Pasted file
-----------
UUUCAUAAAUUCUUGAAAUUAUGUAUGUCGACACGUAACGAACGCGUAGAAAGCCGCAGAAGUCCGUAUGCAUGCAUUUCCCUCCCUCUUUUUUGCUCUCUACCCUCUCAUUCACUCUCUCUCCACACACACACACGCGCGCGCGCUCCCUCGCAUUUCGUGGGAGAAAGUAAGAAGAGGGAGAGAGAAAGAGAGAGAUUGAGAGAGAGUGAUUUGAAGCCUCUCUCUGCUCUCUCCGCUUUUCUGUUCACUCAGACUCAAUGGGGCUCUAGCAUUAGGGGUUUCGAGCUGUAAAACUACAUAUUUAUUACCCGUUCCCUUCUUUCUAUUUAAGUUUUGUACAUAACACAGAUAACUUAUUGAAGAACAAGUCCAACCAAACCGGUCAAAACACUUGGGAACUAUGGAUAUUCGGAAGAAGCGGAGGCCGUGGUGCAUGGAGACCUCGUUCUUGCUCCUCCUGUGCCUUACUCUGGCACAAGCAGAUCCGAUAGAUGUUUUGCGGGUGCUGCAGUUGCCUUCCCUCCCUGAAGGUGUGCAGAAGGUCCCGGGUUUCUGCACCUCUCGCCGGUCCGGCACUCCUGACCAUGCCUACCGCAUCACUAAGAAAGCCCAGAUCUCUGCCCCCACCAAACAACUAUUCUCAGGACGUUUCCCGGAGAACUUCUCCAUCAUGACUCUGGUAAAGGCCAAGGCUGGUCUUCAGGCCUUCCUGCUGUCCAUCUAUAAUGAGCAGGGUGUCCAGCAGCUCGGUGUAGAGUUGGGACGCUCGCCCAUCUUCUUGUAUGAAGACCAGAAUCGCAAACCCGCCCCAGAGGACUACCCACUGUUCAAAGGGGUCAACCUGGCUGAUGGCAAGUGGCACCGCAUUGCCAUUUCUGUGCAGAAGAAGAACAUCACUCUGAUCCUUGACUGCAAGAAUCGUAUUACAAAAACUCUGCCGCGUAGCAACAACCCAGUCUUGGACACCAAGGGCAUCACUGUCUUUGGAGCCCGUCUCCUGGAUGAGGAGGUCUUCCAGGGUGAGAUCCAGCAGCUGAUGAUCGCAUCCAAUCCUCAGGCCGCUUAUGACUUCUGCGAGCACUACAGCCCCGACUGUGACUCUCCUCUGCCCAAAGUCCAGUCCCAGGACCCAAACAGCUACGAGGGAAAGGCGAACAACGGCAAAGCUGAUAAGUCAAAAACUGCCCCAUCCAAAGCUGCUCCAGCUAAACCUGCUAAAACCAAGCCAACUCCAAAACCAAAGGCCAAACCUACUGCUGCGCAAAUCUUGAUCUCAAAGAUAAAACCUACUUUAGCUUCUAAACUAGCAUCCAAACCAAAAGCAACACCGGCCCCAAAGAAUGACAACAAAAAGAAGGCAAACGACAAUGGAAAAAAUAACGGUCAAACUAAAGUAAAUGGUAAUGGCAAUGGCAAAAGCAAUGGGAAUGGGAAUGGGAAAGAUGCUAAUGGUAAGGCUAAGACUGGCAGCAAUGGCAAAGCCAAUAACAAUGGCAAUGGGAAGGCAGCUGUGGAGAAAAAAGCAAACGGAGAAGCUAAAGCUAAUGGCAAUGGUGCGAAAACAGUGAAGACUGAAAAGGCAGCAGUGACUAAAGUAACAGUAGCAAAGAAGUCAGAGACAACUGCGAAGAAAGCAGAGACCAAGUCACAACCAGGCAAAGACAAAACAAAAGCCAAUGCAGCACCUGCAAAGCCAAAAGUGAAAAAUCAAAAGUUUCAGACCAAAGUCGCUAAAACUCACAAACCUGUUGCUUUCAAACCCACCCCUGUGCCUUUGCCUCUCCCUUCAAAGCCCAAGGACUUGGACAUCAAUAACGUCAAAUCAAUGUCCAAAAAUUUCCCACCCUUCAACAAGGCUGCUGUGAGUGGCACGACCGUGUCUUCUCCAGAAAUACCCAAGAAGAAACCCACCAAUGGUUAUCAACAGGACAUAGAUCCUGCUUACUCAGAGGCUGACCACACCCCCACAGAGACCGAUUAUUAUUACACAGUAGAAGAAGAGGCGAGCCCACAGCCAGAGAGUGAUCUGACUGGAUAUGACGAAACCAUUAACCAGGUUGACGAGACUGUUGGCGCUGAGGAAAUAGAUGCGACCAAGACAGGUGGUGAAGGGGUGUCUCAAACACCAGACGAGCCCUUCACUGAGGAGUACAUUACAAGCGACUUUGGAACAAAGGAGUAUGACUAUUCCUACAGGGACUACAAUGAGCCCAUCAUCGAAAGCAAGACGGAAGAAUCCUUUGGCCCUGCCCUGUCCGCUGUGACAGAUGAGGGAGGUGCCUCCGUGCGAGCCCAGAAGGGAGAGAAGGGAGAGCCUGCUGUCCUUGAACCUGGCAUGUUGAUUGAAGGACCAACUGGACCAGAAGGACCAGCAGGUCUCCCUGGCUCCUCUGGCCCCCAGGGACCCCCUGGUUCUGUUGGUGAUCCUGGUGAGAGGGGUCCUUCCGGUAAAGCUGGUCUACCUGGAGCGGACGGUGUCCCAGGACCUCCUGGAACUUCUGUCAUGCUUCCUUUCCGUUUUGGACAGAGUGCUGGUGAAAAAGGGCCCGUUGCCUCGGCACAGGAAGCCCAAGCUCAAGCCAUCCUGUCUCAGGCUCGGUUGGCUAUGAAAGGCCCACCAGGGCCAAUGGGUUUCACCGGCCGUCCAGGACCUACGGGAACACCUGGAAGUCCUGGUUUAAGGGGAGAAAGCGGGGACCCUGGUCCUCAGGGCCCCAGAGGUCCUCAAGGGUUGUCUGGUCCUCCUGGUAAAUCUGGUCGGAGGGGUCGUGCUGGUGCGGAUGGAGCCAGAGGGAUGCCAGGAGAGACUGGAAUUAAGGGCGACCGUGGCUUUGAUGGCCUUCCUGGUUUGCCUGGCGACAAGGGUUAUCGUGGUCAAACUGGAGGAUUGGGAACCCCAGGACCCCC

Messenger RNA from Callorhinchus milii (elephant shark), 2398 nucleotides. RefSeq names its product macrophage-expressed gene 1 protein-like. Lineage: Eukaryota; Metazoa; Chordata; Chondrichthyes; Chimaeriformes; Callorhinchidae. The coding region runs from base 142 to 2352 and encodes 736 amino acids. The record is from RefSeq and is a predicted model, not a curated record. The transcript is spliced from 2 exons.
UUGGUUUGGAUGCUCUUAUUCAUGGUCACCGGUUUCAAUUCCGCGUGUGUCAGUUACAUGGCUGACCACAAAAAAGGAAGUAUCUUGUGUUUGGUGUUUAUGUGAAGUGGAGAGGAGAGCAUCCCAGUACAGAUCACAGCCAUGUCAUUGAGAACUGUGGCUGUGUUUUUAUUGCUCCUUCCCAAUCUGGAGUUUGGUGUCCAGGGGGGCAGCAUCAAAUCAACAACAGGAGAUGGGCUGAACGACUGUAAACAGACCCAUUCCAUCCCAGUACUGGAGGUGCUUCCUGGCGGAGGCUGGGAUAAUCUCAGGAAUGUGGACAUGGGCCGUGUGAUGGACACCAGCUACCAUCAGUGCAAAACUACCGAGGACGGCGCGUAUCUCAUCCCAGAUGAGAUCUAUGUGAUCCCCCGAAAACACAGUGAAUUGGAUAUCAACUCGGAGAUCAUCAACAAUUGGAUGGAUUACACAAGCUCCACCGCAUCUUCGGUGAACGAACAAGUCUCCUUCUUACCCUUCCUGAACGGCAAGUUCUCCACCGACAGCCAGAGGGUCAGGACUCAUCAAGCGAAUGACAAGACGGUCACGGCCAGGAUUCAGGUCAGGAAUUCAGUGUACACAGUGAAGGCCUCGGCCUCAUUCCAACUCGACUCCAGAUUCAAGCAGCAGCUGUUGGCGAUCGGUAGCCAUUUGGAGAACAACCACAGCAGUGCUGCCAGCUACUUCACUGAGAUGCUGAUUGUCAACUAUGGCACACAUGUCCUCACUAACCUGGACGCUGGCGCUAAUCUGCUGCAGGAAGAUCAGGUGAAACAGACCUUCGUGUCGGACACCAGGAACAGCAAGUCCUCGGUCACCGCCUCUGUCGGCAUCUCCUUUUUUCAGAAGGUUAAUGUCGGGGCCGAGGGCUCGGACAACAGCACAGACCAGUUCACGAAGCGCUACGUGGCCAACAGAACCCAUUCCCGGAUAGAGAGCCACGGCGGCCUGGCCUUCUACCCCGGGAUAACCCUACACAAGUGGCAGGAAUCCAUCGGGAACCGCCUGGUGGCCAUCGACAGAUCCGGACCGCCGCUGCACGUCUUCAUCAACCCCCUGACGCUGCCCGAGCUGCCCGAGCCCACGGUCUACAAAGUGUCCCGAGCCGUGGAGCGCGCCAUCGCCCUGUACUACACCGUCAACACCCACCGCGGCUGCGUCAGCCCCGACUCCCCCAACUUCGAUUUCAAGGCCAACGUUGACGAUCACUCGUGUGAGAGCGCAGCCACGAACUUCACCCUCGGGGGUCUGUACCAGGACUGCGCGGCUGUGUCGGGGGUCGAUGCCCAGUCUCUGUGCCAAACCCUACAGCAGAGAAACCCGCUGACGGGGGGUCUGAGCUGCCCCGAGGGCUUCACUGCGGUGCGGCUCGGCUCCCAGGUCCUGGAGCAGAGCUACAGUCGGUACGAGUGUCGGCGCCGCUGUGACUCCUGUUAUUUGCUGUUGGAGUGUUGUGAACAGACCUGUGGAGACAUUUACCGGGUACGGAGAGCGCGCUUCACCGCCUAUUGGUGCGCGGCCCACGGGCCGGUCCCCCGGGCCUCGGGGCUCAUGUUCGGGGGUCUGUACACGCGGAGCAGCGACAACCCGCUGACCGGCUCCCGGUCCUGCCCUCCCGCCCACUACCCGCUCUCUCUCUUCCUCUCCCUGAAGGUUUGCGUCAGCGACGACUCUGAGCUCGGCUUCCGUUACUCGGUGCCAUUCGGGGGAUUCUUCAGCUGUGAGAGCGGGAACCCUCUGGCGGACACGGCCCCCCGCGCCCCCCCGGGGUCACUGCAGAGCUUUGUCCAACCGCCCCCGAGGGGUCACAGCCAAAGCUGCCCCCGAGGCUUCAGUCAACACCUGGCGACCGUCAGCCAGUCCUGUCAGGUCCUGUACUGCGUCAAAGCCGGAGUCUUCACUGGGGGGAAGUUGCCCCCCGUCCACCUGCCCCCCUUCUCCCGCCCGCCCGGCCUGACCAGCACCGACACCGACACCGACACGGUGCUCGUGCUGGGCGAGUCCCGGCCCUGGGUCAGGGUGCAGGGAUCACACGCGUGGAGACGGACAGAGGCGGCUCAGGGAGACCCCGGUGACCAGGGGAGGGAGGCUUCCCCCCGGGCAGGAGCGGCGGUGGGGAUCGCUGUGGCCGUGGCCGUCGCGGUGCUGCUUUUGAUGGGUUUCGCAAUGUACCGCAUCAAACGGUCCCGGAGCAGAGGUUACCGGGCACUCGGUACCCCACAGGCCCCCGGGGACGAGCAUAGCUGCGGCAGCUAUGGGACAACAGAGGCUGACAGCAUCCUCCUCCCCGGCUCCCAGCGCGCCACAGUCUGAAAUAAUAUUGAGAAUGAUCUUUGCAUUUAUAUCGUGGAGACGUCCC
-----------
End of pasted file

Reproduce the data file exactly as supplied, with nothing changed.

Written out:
UUUCAUAAAUUCUUGAAAUUAUGUAUGUCGACACGUAACGAACGCGUAGAAAGCCGCAGAAGUCCGUAUGCAUGCAUUUCCCUCCCUCUUUUUUGCUCUCUACCCUCUCAUUCACUCUCUCUCCACACACACACACGCGCGCGCGCUCCCUCGCAUUUCGUGGGAGAAAGUAAGAAGAGGGAGAGAGAAAGAGAGAGAUUGAGAGAGAGUGAUUUGAAGCCUCUCUCUGCUCUCUCCGCUUUUCUGUUCACUCAGACUCAAUGGGGCUCUAGCAUUAGGGGUUUCGAGCUGUAAAACUACAUAUUUAUUACCCGUUCCCUUCUUUCUAUUUAAGUUUUGUACAUAACACAGAUAACUUAUUGAAGAACAAGUCCAACCAAACCGGUCAAAACACUUGGGAACUAUGGAUAUUCGGAAGAAGCGGAGGCCGUGGUGCAUGGAGACCUCGUUCUUGCUCCUCCUGUGCCUUACUCUGGCACAAGCAGAUCCGAUAGAUGUUUUGCGGGUGCUGCAGUUGCCUUCCCUCCCUGAAGGUGUGCAGAAGGUCCCGGGUUUCUGCACCUCUCGCCGGUCCGGCACUCCUGACCAUGCCUACCGCAUCACUAAGAAAGCCCAGAUCUCUGCCCCCACCAAACAACUAUUCUCAGGACGUUUCCCGGAGAACUUCUCCAUCAUGACUCUGGUAAAGGCCAAGGCUGGUCUUCAGGCCUUCCUGCUGUCCAUCUAUAAUGAGCAGGGUGUCCAGCAGCUCGGUGUAGAGUUGGGACGCUCGCCCAUCUUCUUGUAUGAAGACCAGAAUCGCAAACCCGCCCCAGAGGACUACCCACUGUUCAAAGGGGUCAACCUGGCUGAUGGCAAGUGGCACCGCAUUGCCAUUUCUGUGCAGAAGAAGAACAUCACUCUGAUCCUUGACUGCAAGAAUCGUAUUACAAAAACUCUGCCGCGUAGCAACAACCCAGUCUUGGACACCAAGGGCAUCACUGUCUUUGGAGCCCGUCUCCUGGAUGAGGAGGUCUUCCAGGGUGAGAUCCAGCAGCUGAUGAUCGCAUCCAAUCCUCAGGCCGCUUAUGACUUCUGCGAGCACUACAGCCCCGACUGUGACUCUCCUCUGCCCAAAGUCCAGUCCCAGGACCCAAACAGCUACGAGGGAAAGGCGAACAACGGCAAAGCUGAUAAGUCAAAAACUGCCCCAUCCAAAGCUGCUCCAGCUAAACCUGCUAAAACCAAGCCAACUCCAAAACCAAAGGCCAAACCUACUGCUGCGCAAAUCUUGAUCUCAAAGAUAAAACCUACUUUAGCUUCUAAACUAGCAUCCAAACCAAAAGCAACACCGGCCCCAAAGAAUGACAACAAAAAGAAGGCAAACGACAAUGGAAAAAAUAACGGUCAAACUAAAGUAAAUGGUAAUGGCAAUGGCAAAAGCAAUGGGAAUGGGAAUGGGAAAGAUGCUAAUGGUAAGGCUAAGACUGGCAGCAAUGGCAAAGCCAAUAACAAUGGCAAUGGGAAGGCAGCUGUGGAGAAAAAAGCAAACGGAGAAGCUAAAGCUAAUGGCAAUGGUGCGAAAACAGUGAAGACUGAAAAGGCAGCAGUGACUAAAGUAACAGUAGCAAAGAAGUCAGAGACAACUGCGAAGAAAGCAGAGACCAAGUCACAACCAGGCAAAGACAAAACAAAAGCCAAUGCAGCACCUGCAAAGCCAAAAGUGAAAAAUCAAAAGUUUCAGACCAAAGUCGCUAAAACUCACAAACCUGUUGCUUUCAAACCCACCCCUGUGCCUUUGCCUCUCCCUUCAAAGCCCAAGGACUUGGACAUCAAUAACGUCAAAUCAAUGUCCAAAAAUUUCCCACCCUUCAACAAGGCUGCUGUGAGUGGCACGACCGUGUCUUCUCCAGAAAUACCCAAGAAGAAACCCACCAAUGGUUAUCAACAGGACAUAGAUCCUGCUUACUCAGAGGCUGACCACACCCCCACAGAGACCGAUUAUUAUUACACAGUAGAAGAAGAGGCGAGCCCACAGCCAGAGAGUGAUCUGACUGGAUAUGACGAAACCAUUAACCAGGUUGACGAGACUGUUGGCGCUGAGGAAAUAGAUGCGACCAAGACAGGUGGUGAAGGGGUGUCUCAAACACCAGACGAGCCCUUCACUGAGGAGUACAUUACAAGCGACUUUGGAACAAAGGAGUAUGACUAUUCCUACAGGGACUACAAUGAGCCCAUCAUCGAAAGCAAGACGGAAGAAUCCUUUGGCCCUGCCCUGUCCGCUGUGACAGAUGAGGGAGGUGCCUCCGUGCGAGCCCAGAAGGGAGAGAAGGGAGAGCCUGCUGUCCUUGAACCUGGCAUGUUGAUUGAAGGACCAACUGGACCAGAAGGACCAGCAGGUCUCCCUGGCUCCUCUGGCCCCCAGGGACCCCCUGGUUCUGUUGGUGAUCCUGGUGAGAGGGGUCCUUCCGGUAAAGCUGGUCUACCUGGAGCGGACGGUGUCCCAGGACCUCCUGGAACUUCUGUCAUGCUUCCUUUCCGUUUUGGACAGAGUGCUGGUGAAAAAGGGCCCGUUGCCUCGGCACAGGAAGCCCAAGCUCAAGCCAUCCUGUCUCAGGCUCGGUUGGCUAUGAAAGGCCCACCAGGGCCAAUGGGUUUCACCGGCCGUCCAGGACCUACGGGAACACCUGGAAGUCCUGGUUUAAGGGGAGAAAGCGGGGACCCUGGUCCUCAGGGCCCCAGAGGUCCUCAAGGGUUGUCUGGUCCUCCUGGUAAAUCUGGUCGGAGGGGUCGUGCUGGUGCGGAUGGAGCCAGAGGGAUGCCAGGAGAGACUGGAAUUAAGGGCGACCGUGGCUUUGAUGGCCUUCCUGGUUUGCCUGGCGACAAGGGUUAUCGUGGUCAAACUGGAGGAUUGGGAACCCCAGGACCCCC

Messenger RNA from Callorhinchus milii (elephant shark), 2398 nucleotides. RefSeq names its product macrophage-expressed gene 1 protein-like. Lineage: Eukaryota; Metazoa; Chordata; Chondrichthyes; Chimaeriformes; Callorhinchidae. The coding region runs from base 142 to 2352 and encodes 736 amino acids. The record is from RefSeq and is a predicted model, not a curated record. The transcript is spliced from 2 exons.
UUGGUUUGGAUGCUCUUAUUCAUGGUCACCGGUUUCAAUUCCGCGUGUGUCAGUUACAUGGCUGACCACAAAAAAGGAAGUAUCUUGUGUUUGGUGUUUAUGUGAAGUGGAGAGGAGAGCAUCCCAGUACAGAUCACAGCCAUGUCAUUGAGAACUGUGGCUGUGUUUUUAUUGCUCCUUCCCAAUCUGGAGUUUGGUGUCCAGGGGGGCAGCAUCAAAUCAACAACAGGAGAUGGGCUGAACGACUGUAAACAGACCCAUUCCAUCCCAGUACUGGAGGUGCUUCCUGGCGGAGGCUGGGAUAAUCUCAGGAAUGUGGACAUGGGCCGUGUGAUGGACACCAGCUACCAUCAGUGCAAAACUACCGAGGACGGCGCGUAUCUCAUCCCAGAUGAGAUCUAUGUGAUCCCCCGAAAACACAGUGAAUUGGAUAUCAACUCGGAGAUCAUCAACAAUUGGAUGGAUUACACAAGCUCCACCGCAUCUUCGGUGAACGAACAAGUCUCCUUCUUACCCUUCCUGAACGGCAAGUUCUCCACCGACAGCCAGAGGGUCAGGACUCAUCAAGCGAAUGACAAGACGGUCACGGCCAGGAUUCAGGUCAGGAAUUCAGUGUACACAGUGAAGGCCUCGGCCUCAUUCCAACUCGACUCCAGAUUCAAGCAGCAGCUGUUGGCGAUCGGUAGCCAUUUGGAGAACAACCACAGCAGUGCUGCCAGCUACUUCACUGAGAUGCUGAUUGUCAACUAUGGCACACAUGUCCUCACUAACCUGGACGCUGGCGCUAAUCUGCUGCAGGAAGAUCAGGUGAAACAGACCUUCGUGUCGGACACCAGGAACAGCAAGUCCUCGGUCACCGCCUCUGUCGGCAUCUCCUUUUUUCAGAAGGUUAAUGUCGGGGCCGAGGGCUCGGACAACAGCACAGACCAGUUCACGAAGCGCUACGUGGCCAACAGAACCCAUUCCCGGAUAGAGAGCCACGGCGGCCUGGCCUUCUACCCCGGGAUAACCCUACACAAGUGGCAGGAAUCCAUCGGGAACCGCCUGGUGGCCAUCGACAGAUCCGGACCGCCGCUGCACGUCUUCAUCAACCCCCUGACGCUGCCCGAGCUGCCCGAGCCCACGGUCUACAAAGUGUCCCGAGCCGUGGAGCGCGCCAUCGCCCUGUACUACACCGUCAACACCCACCGCGGCUGCGUCAGCCCCGACUCCCCCAACUUCGAUUUCAAGGCCAACGUUGACGAUCACUCGUGUGAGAGCGCAGCCACGAACUUCACCCUCGGGGGUCUGUACCAGGACUGCGCGGCUGUGUCGGGGGUCGAUGCCCAGUCUCUGUGCCAAACCCUACAGCAGAGAAACCCGCUGACGGGGGGUCUGAGCUGCCCCGAGGGCUUCACUGCGGUGCGGCUCGGCUCCCAGGUCCUGGAGCAGAGCUACAGUCGGUACGAGUGUCGGCGCCGCUGUGACUCCUGUUAUUUGCUGUUGGAGUGUUGUGAACAGACCUGUGGAGACAUUUACCGGGUACGGAGAGCGCGCUUCACCGCCUAUUGGUGCGCGGCCCACGGGCCGGUCCCCCGGGCCUCGGGGCUCAUGUUCGGGGGUCUGUACACGCGGAGCAGCGACAACCCGCUGACCGGCUCCCGGUCCUGCCCUCCCGCCCACUACCCGCUCUCUCUCUUCCUCUCCCUGAAGGUUUGCGUCAGCGACGACUCUGAGCUCGGCUUCCGUUACUCGGUGCCAUUCGGGGGAUUCUUCAGCUGUGAGAGCGGGAACCCUCUGGCGGACACGGCCCCCCGCGCCCCCCCGGGGUCACUGCAGAGCUUUGUCCAACCGCCCCCGAGGGGUCACAGCCAAAGCUGCCCCCGAGGCUUCAGUCAACACCUGGCGACCGUCAGCCAGUCCUGUCAGGUCCUGUACUGCGUCAAAGCCGGAGUCUUCACUGGGGGGAAGUUGCCCCCCGUCCACCUGCCCCCCUUCUCCCGCCCGCCCGGCCUGACCAGCACCGACACCGACACCGACACGGUGCUCGUGCUGGGCGAGUCCCGGCCCUGGGUCAGGGUGCAGGGAUCACACGCGUGGAGACGGACAGAGGCGGCUCAGGGAGACCCCGGUGACCAGGGGAGGGAGGCUUCCCCCCGGGCAGGAGCGGCGGUGGGGAUCGCUGUGGCCGUGGCCGUCGCGGUGCUGCUUUUGAUGGGUUUCGCAAUGUACCGCAUCAAACGGUCCCGGAGCAGAGGUUACCGGGCACUCGGUACCCCACAGGCCCCCGGGGACGAGCAUAGCUGCGGCAGCUAUGGGACAACAGAGGCUGACAGCAUCCUCCUCCCCGGCUCCCAGCGCGCCACAGUCUGAAAUAAUAUUGAGAAUGAUCUUUGCAUUUAUAUCGUGGAGACGUCCC